Outreachy: Redfish Message registry II and code reviews

Posted on Sat 04 August 2018

Message Registry

Since the last blog post, I have started implementing Message Registry. I am splitting this feature in several patches starting with the easy parts - mapping Message Registry File and Message Registry resources to sushy fields. In order to implement this, I encountered a need for a new data structure, dictionary, that was not present in sushy base fields. Implemented it before everything else and currently these 3 patches are in code review.

Having taken a closer look at Message Registry File, I find there are 3 ways how to serve the Registry file itself:

  • locally as a JSON file,
  • locally in an archive as one of the JSON files,
  • publicly on the Internet as a JSON file.

There is also 4th use case for sushy - to access standard message registry files when a Redfish services have not included them using one of the options above - sushy has to get standard registries elsewhere. This use case was mentioned in the previous blog post when we encountered licensing issue as the standard message files provided by DMTF are only copyrighted without any license. Last time it looked like they will have 3-clause BSD license, but as DMTF did not see them as code, they rejected this idea. Going back to OpenStack legal mailing list, they suggested to use CC license which currently is being reviewed by DMTF.

Thus, the next thing I'm working on - I need to implement registry file loading to support all 4 use cases. It is not difficult task as such, but I need to implement it within sushy design nicely. I have implemented yet another change to sushy base classes, this time to allow processing archives and I'm thinking how should I split these changes in code reviews - should changes to base classes be separate from implementing Message Registry loading or go together so that there is context and actual use case of the changes. I don't want to split too much and I don't want to create patch too big. But I'm not thinking about this too much, or at least I try not to, because it can take forever, so I just pick one and stick with it. If reason why chosen strategy does not work comes up during coding, it can be changed later.

To locally test my changes, I need to have a somewhat working mock Redfish server that has Registry Files supported. None of the mockups provided by DMTF have these Registries included, so I added my own mock files for Registries based on JSON schemas. The next thing - how to serve them. This looks like the use case for sushy-static emulator where it just needs a bunch of JSON files, but in this particular use case I also want to test working with a ZIP archive. However it looks that sushy-static emulator is written in a way it only serves JSON files and understands URL-s that correspond to folder structure and returns index.json files in those folders, definitely not supporting URL or file ending with .zip. Something to think about, if needed for sushy-static, but I'm on a mission to quickly test my code. For sushy so far it was sufficient to test the code in unit tests, but for unit tests I need to know what to mock, this time I really don't know the details of requests returning a file in a response and anyway to be 100% sure need to test that it works with some web server. nginx comes to mind and I set it up to serve static files on my computer. First time I'm doing this on Fedora, usually use Ubuntu, so turns out that SELinux is blocking my choice of port, 2000, and I had some issues with permissions, but did set it up and was able to test my changes and decide how to mock HTTP response.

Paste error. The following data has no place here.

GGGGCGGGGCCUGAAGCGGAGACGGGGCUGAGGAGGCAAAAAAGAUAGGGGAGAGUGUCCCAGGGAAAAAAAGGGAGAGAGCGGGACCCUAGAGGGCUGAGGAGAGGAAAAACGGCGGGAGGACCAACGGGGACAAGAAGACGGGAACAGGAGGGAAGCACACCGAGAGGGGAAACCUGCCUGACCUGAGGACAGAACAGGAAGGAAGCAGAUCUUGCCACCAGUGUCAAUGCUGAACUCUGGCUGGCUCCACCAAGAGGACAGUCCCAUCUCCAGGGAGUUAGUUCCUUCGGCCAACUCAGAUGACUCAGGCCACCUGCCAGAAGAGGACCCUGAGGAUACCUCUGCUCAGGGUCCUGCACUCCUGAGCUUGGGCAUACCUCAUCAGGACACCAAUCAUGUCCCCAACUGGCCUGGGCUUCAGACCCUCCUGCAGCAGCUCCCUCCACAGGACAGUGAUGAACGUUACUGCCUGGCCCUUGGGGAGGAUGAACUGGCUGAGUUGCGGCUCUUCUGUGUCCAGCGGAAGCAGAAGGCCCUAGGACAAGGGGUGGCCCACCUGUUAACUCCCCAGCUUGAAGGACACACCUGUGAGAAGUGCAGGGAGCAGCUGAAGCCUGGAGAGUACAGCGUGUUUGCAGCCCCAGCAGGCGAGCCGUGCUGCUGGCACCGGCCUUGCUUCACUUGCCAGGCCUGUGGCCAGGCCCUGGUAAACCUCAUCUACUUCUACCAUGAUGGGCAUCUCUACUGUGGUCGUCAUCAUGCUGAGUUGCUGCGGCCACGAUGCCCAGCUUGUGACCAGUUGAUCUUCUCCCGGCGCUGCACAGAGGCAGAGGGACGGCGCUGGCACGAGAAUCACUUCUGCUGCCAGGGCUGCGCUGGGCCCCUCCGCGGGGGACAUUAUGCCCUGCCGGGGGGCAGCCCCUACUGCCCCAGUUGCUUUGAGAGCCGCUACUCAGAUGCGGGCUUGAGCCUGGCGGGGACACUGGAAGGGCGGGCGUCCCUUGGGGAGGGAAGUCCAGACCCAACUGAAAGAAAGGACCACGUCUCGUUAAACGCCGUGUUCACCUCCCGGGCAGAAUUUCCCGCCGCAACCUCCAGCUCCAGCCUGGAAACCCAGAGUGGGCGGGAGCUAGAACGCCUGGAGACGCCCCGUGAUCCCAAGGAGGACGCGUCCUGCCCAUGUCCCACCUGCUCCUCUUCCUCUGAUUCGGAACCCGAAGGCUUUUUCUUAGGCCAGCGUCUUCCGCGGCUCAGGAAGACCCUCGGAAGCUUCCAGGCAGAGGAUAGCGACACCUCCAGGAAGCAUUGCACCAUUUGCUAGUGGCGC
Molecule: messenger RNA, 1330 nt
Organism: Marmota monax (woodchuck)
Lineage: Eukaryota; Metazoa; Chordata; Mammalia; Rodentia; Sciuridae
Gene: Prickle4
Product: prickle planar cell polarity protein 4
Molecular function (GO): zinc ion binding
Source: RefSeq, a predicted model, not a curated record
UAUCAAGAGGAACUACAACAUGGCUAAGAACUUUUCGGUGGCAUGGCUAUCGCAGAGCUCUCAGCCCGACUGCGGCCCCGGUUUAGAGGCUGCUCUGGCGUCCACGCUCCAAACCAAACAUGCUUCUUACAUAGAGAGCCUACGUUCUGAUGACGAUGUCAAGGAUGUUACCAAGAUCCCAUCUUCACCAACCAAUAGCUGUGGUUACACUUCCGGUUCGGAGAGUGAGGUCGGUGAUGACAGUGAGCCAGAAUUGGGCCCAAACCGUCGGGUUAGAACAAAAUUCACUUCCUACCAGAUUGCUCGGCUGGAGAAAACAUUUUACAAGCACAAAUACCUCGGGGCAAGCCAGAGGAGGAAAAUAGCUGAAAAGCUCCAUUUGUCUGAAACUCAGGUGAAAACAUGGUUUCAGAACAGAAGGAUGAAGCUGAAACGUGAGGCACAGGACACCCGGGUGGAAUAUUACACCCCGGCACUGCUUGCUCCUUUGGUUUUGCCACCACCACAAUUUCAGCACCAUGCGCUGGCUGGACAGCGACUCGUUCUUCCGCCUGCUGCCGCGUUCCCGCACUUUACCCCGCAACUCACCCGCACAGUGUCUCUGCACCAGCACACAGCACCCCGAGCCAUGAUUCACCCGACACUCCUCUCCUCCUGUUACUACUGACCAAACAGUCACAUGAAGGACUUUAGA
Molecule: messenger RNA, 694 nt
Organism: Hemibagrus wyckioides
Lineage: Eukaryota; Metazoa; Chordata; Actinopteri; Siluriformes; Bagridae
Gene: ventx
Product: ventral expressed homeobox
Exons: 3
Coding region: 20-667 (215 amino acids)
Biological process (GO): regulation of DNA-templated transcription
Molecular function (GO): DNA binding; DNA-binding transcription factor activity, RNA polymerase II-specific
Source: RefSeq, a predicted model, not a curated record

Code reviews

Apart from working on these changes, I'm doing code reviews. In both directions - responding to comments on my patches and leaving some feedback on other patches. Since previous blog post one of the patches - emulating BIOS in sushy-emulator got merged \o/, but code review for Ethernet Interface emulation is still in progress. Usually it just sits and waits for attention from code reviewers as I try to respond as soon as I can to any comments while avoiding context switch when I'm working on new patches. Usually this means that I start or end my days with code reviews. Responding to code reviews can take a lot of time. I think there have been days where that's all I do. Sometimes there are questions in code reviews to which I don't know the best answer and I have to do my own research or try things out. Another thing that re-occurs in code reviews that I get a lot are comments about the code which I have written in the same style or pattern as already existing code. Which means that if I address the comment in my patch, then overall project style will vary and will become messy. I don't see it as a good thing, the project style should be the same even if it is 'wrong' or 'bad' (especially as in some cases this is subjective). Probably 'consistent' is one of the most used words in my code review comments. If it is decided that these changes are necessary, then they are done in a follow-up patch and addressed in all parts of the project to preserve consistency. This also applies when I'm reviewing other patches - trying to not let diverge from the consistency there is in the project. The way I see it - in addition to making the project easier to maintain and code easier to read, the consistency makes contribution for newcomers easier as it serves as a self-referencing sample how should implement any new features. E.g. if there were different approaches for the same problem - how to know which one to pick and why.